Dr. Anne Utech, Ph.D., RD, LD, holds two degrees from TWU, M.S 2005 and Ph. D. 2012, both in Nutrition and Food Science from the TWU Institute of Health Sciences – Houston Center. She is Deputy national Director, Nutrition and Food Services, U.S. Department of Veterans Affairs, VA Central Office. She is a 2015 Hallmark Alumni Award honoree.
“Good afternoon, and welcome everyone to this joyous and triumphant occasion. We are all celebrating a phenomenal achievement by these professionals here today. I would like to recognize the professors and mentors, as well as the students here today. Thank you for your dedication to your students, and to the professions you represent. Please know that each of you will harbor a special place in the memories and hearts of those you have taught for all of time.
And before we begin, I know we have Veterans and active military service men and women in the audience today. Now, I know you are all here supporting these lovely individuals, but if you would please do us the honors, please stand for a moment while we recognize you, and thank you for your service.
Thank you very much for allowing us to take that moment to honor you, who have supported our country and your loved ones here today. Also a special welcome to all the mothers in the house, today on Mother’s Day. I also graduated on Mother’s Day, and I know it was the best Mother’s Day present I could give my mom. Even my mom, who’s actually here today, who thinks she should get the presents on my birthday. I mean, she did all the work! I don’t even remember being born, but she sure does. So moms, maybe you can take that idea and run with it to recoup having your glory stolen today. Or just add it to the long list of sacrifices you’ve made for us over the years… But all jest aside, I know the mothers in attendance or looking on from afar are very happy to be giving up their fame today to celebrate you, our graduates.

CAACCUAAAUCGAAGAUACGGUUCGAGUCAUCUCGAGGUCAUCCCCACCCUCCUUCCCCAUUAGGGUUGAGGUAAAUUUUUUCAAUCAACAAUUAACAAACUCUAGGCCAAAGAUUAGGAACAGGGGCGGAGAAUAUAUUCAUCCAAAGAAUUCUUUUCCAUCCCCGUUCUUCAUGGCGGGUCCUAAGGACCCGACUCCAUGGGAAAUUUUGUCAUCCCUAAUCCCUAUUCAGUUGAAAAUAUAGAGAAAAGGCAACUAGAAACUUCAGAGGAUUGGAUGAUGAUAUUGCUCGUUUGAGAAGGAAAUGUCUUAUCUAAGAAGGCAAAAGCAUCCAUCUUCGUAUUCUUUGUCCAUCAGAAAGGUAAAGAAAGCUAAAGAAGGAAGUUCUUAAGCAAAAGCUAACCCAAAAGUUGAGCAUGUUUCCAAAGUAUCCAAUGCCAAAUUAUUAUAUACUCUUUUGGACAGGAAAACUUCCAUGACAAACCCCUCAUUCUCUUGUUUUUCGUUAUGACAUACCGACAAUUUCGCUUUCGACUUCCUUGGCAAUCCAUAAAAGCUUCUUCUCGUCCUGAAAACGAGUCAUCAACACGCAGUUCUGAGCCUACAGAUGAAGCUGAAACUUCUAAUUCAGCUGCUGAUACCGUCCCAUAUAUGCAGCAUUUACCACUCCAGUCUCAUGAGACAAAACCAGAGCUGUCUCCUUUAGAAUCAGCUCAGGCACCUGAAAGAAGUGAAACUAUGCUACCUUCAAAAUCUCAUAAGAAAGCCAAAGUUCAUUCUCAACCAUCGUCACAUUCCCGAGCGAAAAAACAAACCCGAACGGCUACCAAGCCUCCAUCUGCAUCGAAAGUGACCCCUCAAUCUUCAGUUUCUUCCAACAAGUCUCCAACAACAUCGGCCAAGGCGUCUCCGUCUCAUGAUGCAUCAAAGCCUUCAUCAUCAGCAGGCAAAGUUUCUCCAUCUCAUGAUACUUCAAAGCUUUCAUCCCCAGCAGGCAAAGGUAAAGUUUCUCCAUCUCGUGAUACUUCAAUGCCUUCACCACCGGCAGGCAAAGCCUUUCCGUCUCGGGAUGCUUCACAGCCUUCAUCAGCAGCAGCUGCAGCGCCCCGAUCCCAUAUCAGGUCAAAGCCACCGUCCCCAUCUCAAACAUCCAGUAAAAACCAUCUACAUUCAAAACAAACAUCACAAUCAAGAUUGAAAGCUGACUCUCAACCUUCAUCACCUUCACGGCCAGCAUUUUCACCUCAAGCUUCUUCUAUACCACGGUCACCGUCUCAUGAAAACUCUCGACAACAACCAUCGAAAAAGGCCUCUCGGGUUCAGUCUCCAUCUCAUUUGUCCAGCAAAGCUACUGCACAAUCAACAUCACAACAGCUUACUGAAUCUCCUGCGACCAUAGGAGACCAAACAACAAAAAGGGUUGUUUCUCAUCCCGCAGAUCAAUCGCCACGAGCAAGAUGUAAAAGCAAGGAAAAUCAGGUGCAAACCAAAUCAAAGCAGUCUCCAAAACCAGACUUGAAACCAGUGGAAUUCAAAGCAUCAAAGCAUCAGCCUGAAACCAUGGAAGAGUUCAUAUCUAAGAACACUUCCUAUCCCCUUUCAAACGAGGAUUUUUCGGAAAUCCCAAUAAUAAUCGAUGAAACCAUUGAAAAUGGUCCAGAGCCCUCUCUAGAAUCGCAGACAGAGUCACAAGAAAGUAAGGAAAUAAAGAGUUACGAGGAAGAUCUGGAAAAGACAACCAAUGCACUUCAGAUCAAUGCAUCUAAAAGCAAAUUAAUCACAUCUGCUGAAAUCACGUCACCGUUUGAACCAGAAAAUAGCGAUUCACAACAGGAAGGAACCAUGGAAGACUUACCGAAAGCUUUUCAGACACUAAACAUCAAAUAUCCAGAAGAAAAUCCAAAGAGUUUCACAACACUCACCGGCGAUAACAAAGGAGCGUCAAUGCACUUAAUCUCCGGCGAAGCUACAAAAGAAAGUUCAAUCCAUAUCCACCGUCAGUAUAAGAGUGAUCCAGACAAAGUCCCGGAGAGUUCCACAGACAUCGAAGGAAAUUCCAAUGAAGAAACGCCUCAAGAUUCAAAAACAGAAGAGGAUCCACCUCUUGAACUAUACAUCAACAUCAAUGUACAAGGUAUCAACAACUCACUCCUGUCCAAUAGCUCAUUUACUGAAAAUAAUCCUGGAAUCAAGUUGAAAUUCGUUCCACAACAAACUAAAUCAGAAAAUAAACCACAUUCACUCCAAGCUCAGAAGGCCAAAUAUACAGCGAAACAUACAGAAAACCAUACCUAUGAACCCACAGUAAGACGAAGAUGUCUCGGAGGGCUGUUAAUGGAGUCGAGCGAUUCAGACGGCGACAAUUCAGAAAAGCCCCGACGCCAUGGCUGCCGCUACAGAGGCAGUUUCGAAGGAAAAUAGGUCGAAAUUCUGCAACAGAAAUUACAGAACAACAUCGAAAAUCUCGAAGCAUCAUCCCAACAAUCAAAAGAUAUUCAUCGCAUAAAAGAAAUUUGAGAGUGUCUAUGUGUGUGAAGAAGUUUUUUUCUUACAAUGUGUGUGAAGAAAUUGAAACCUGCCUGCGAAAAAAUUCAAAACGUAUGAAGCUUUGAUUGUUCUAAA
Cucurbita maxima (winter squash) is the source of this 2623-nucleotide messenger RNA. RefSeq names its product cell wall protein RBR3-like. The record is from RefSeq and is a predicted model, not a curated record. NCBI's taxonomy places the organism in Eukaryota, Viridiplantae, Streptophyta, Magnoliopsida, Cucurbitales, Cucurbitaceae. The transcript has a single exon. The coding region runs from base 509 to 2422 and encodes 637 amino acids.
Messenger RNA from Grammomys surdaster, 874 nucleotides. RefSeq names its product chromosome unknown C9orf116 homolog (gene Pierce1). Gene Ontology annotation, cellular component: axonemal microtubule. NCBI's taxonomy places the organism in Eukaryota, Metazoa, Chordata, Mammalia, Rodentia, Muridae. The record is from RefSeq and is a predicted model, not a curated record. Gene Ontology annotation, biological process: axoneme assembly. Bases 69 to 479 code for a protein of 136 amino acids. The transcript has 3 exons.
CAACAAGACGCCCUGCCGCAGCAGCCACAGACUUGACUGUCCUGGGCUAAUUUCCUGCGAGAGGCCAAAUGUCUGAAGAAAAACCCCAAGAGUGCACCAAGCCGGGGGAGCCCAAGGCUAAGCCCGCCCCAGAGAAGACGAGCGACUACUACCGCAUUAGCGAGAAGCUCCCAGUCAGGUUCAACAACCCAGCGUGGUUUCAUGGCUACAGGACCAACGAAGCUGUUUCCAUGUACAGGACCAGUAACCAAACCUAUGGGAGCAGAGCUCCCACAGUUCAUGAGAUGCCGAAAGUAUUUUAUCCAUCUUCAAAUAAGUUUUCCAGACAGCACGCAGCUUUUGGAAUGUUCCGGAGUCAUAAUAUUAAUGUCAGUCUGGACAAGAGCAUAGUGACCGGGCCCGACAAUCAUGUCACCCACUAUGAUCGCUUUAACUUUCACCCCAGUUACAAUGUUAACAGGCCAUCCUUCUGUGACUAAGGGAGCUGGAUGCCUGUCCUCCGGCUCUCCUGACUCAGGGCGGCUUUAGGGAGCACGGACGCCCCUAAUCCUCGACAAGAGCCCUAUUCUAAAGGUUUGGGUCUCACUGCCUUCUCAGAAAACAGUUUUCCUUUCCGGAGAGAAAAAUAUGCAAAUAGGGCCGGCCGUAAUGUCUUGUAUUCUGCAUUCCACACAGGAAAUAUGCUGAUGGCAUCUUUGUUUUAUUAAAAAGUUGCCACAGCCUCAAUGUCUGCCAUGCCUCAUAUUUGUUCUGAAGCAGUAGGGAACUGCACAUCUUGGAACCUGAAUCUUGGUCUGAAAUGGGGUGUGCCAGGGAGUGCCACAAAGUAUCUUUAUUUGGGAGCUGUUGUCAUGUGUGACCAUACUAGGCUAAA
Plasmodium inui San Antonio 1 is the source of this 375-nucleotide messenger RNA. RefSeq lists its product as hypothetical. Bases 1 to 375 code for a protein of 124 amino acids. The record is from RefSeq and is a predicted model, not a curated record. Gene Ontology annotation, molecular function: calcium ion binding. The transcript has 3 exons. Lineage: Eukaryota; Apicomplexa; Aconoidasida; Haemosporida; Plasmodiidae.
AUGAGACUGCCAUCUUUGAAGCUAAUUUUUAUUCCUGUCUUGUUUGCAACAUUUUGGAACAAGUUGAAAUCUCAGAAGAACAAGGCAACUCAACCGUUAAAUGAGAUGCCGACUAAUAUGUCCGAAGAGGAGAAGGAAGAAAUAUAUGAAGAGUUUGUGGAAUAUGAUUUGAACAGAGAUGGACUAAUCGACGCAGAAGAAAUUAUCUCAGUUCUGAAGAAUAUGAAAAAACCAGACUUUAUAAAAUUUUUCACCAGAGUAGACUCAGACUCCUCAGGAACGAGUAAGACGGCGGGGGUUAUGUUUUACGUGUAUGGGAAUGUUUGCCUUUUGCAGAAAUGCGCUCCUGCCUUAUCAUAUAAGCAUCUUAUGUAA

Including moms who are Veterans and all enrolled Veterans, The Veterans Health Administration serves 8.9 million veterans, and numbers are growing. Over the last four years, figures in Houston have grown from 122,000 to over 130,000 Veterans served locally. In my field, the field of nutrition and food services, the VA is moving toward a model of prevention, health promotion, and self management, to assist veterans in being the healthiest veterans they choose to be.
In recent years, all of healthcare nationwide is moving toward a more patient-centric, patient-provider partnership model of healthcare. In the private sector, you may have heard the term Patient Centered Medical Home. In the VA, this team based approach to healthcare is known as the Patient Aligned Care Team, utilizing physicians, nurses, nurse practitioners, health technicians, clerical staff, dietitians, social workers, mental health providers, pharmacists, chaplains, and other allied healthcare professionals in a whole person approach to health care. I want to tell you graduates today, welcome to the TEAM. Also, think Health CARE, not health CONTROL. It is a partnership between you and your patient. Do not forget this fundamental fact as you explore all the career opportunities open to you today.
Today we are all here to recognize and honor your late nights studying, your late nights awake with the baby, worried about tomorrow’s exam, the time spent away from your family and loved ones, your victories, your disappointments, your perseverance, your late nights NOT studying, with Jose, Jim, Tito… those are important too! Nothing a little Red Bull and Excedrin can’t fix, right?
Whatever your road to get here today, we are so proud of you, and I welcome you to the healthcare team, or the next journey before you. In a recent interview with TWU, I was asked “What is your favorite thing about being a dietitian?” I have a lot of favorite things about being a dietitian. First of all, the mere scope of nutrition is ripe with opportunities. Everyone needs nutrition to survive, just like air and water. But unlike air and water, human nutrition offers so many choices to the human spirit, multiple times a day. We use food to communicate, celebrate, show love, define our cultural identity, exert independence, and improve our bodies for wellness. What more powerful field is there that combines art, culture, emotion, science, health, and our environment? What other field has such potential and relevance to connect a daily human experience with our economy, our world, animals, plants, soil, and each other? The field of nutrition is big. That’s what I like about it; all that potential. I hope as you all move forward in your careers, you incorporate the importance of your patient’s and loved one’s nutrition and well-being in their daily lives, as well as your own!
I challenge you to find similar relevance and passion for your chosen field today. This passion will ignite you to the next phase of your career and life experience.